web application

KeyListener works in Applet but not in JApplet

Following scenario: A simple Applet implementing the KeyListener <code> public class AppletMain extends Applet implements KeyListener{ } </code> Therefore you have to override following methods: <code> public void keyPressed(KeyEvent k) { } public void keyReleased(KeyEvent k) { } public void keyTyped(KeyEvent k) { System.out.println("A key has been typed"); } </code> This works perfectly, unfortunatly if I change it to a JApplet the Keys are not recognized anymore

Reload Properties File (via ResourceBundle)

The Problem can be reproduced by doing following steps: 1. Step.: Loading a Properties File via ResourceBundle rb = ResourceBundle.getBundle("file.properties"); 2. Step.: Changing/Adding values to the properties file and saving it. 3. Step.: Accessing/Reading the properties file again. Step 3 is not trivial as ResourceBundle keeps the properties file cached. Therefore you can't access the new values of the properties file. Though there is a function "rb.clearCache()" which should do excatly what I want it does not! work. Therefore a workaround is needed.

Preventing SQL-Injection in a Java application

Sql-Injection is a technique to inject (or execute) SQL commands within an application (database). It is mainly used to gain access to a databases content for which one has no authorization. The method injects SQL commands by providing input to a SQL statement which contains SQL meta-characters. Example statement: <strong>select * from user where username='input'</strong> SQL injected input:<strong>user' OR '1'='1</strong> The final statement:<strong>select * from user where username='user' OR '1'='1'</strong> Since 1 always equals 1, this statement would return all the users in the database! Depending on the SQL command, an attacker could insert, modify, extract and delete data in the database.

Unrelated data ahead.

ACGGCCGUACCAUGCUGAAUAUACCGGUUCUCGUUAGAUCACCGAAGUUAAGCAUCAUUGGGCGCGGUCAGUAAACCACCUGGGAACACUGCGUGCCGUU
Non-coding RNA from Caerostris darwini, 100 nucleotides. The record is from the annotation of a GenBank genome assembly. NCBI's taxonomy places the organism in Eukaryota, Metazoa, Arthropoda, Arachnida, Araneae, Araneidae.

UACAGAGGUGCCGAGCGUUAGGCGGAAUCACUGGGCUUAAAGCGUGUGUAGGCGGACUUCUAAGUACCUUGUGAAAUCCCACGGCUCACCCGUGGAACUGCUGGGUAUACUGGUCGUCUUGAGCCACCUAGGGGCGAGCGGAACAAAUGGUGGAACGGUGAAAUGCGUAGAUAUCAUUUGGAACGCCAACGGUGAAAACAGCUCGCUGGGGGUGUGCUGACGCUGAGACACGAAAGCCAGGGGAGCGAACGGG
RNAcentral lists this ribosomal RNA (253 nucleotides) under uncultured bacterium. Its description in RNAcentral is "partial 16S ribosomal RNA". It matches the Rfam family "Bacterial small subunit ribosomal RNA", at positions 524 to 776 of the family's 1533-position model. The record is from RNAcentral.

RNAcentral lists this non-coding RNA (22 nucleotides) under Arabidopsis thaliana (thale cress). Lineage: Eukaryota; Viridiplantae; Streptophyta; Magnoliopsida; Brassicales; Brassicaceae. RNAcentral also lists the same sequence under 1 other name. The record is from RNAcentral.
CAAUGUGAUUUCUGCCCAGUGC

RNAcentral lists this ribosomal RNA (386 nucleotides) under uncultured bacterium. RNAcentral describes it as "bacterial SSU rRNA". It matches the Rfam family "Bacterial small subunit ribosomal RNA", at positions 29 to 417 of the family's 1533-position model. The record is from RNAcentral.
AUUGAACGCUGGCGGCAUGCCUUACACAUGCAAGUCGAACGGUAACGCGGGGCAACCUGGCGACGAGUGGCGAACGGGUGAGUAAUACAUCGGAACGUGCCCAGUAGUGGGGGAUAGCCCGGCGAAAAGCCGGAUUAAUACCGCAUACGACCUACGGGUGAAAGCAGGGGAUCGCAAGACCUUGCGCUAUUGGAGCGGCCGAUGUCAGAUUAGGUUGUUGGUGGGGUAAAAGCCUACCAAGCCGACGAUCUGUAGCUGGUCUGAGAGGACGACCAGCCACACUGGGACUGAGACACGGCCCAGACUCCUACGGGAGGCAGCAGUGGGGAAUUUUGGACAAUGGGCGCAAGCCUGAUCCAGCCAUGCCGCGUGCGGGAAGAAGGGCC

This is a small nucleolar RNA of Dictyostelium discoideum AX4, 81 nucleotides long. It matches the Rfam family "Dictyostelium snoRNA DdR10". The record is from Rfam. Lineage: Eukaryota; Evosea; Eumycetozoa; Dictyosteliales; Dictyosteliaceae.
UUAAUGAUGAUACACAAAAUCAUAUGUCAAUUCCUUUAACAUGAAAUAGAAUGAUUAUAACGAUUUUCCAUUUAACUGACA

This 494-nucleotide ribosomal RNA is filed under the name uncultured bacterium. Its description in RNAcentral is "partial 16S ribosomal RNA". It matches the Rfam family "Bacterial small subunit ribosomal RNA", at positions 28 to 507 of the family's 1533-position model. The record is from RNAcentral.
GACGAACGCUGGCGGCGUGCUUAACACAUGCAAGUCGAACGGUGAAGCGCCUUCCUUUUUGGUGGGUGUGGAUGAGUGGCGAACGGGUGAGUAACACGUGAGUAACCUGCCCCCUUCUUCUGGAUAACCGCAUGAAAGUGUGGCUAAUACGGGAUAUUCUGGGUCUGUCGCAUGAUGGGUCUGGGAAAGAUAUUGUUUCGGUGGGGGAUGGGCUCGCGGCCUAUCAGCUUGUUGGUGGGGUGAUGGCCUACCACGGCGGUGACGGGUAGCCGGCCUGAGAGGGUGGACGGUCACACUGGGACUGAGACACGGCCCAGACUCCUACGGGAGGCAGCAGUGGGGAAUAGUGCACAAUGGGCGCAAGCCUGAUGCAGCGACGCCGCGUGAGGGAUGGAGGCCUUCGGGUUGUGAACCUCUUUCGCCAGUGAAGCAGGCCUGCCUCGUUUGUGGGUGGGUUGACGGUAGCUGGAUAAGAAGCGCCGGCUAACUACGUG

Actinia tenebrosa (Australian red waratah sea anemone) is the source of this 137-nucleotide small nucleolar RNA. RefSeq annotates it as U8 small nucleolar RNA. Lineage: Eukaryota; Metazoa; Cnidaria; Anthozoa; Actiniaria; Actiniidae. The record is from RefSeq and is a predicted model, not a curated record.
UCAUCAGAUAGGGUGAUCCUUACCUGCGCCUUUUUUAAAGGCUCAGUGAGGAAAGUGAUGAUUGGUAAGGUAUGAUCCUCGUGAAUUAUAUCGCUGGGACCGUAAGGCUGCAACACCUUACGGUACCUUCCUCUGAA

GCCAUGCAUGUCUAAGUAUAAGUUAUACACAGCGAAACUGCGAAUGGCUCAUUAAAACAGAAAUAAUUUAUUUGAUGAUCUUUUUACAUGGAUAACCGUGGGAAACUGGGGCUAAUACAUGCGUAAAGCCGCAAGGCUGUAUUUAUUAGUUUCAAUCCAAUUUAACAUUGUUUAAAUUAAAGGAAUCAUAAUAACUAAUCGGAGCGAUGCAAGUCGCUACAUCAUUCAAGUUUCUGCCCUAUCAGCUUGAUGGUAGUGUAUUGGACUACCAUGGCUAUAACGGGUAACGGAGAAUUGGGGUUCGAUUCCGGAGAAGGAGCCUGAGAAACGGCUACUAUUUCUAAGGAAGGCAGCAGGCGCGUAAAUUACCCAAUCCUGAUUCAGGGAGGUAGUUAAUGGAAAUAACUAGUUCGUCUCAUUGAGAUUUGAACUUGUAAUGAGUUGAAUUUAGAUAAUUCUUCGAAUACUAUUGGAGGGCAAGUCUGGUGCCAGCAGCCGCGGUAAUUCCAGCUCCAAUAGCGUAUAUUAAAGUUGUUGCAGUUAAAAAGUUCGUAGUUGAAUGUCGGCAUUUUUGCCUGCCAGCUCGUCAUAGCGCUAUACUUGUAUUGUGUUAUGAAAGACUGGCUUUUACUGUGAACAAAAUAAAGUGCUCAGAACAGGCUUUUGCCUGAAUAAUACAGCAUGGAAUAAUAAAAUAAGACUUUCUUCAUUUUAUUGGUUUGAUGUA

Securing a service using WS-Security

<p>We have an existing Web-Service accessible to everyone who knows the address of the endpoint. The software used on the server:</p><ul><li>Java 6</li><li>Apache CXF 2.2.3</li><li>SOAP Webservice</li></ul><p>Because of massive abuse in the past the access should be limited to authorized people only. The login credentials are stored in a database and should be checked with every request made on the service. The login data should be transmitted in the SOAP-Envelope header and an interceptor should&nbsp; verify the data before the actual invocation of a webservice method. The solution should be based on an open standard which is well defined.</p>

Improving User Interaction on Web Applications

Indeed, tradtional web apps make use of XHTML and CSS, but this is only an attempt to inscrease flexibility on styling and structuring issues or no more than readability. However, concerns of user interactions are not beeing touched by these technologies. Common technologies do not deal with interactions like drag'n'drop, autosuggestion or even to quash annoying page reloads on filling forms – to name but a few. Which technologies are able to face this issues adequately, without reinventing the wheel nor requiring exotic and/or proprietary plugins.

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